According to study in The American Journal of Medicine, has found a strong correlation between drivers who have passed on taking vaccinations on COVID-19 and higher vehicle collision risk levels – a finding that insurers could use to justify higher auto insurance rates, the researchers have suggested.
The researchers during summer examined the government-held records of over 11 million adults, finding that 16% of them had not received the COVID vaccine.
Unvaccinated individuals were 72% more likely to be involved in a severe car collision (defined as an accident where at least one person was transported to the hospital) than those who received the vaccine. This risk level is akin to the increased risk of car crashes for drivers with sleep apnea.
As driving activity slowly returns to pre-pandemic levels, many auto insurers have cautioned that distracted driving would be an emerging concern.
64% of drivers have identified distracted driving as their biggest risk factor, followed by driving under the influence of alcohol (57%) and drugs (44%), and aggressive driving (52%).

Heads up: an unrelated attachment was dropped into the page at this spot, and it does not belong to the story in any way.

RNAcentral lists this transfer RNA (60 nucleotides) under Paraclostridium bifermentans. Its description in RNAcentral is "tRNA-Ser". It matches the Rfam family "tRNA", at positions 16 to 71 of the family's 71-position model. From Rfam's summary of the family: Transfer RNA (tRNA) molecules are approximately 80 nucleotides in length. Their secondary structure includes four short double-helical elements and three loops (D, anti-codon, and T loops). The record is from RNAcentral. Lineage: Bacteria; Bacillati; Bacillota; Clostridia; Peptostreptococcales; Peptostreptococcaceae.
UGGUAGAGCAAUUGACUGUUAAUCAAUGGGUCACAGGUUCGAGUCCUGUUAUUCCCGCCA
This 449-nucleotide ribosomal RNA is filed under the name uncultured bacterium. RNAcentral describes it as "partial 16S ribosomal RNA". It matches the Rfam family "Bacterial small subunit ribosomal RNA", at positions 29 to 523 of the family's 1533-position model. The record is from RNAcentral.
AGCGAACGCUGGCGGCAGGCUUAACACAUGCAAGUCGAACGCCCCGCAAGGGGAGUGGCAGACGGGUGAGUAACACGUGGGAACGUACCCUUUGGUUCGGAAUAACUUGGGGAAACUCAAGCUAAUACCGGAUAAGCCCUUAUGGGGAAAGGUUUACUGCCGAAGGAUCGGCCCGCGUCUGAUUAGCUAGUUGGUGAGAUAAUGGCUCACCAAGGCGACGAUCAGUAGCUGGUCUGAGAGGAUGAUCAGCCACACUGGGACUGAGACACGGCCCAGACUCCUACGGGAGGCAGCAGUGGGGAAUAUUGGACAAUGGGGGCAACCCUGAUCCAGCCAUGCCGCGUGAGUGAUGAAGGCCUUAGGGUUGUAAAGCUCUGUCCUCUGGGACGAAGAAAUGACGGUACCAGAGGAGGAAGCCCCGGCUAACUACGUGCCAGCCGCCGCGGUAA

The excess risk of collisions that unvaccinated drivers have exceeds the safety gains from modern automobile engineering advances and also imposes risks on other road users.
While refusing the vaccine does not automatically mean that someone will be involved in a crash, Rather, it was theorized that those who resist public health recommendations might also neglect basic road safety guidelines.
The authors have suggested potential reasons for such behaviour, including a distrust of the government, a belief in freedom, misconceptions, faith in “natural protection,” antipathy toward regulation, misinformation, poverty, and personal beliefs.
Because the findings are significant, primary care doctors should consider counselling unvaccinated patients on traffic safety. The insurers might base changes to insurance policies based on a policyholder’s vaccination status.
The findings suggest that unvaccinated adults need to be careful indoors with other people and outside with surrounding traffic. But there is more to driving issues than just drivers’ vaccination statuses.
by Yana Keller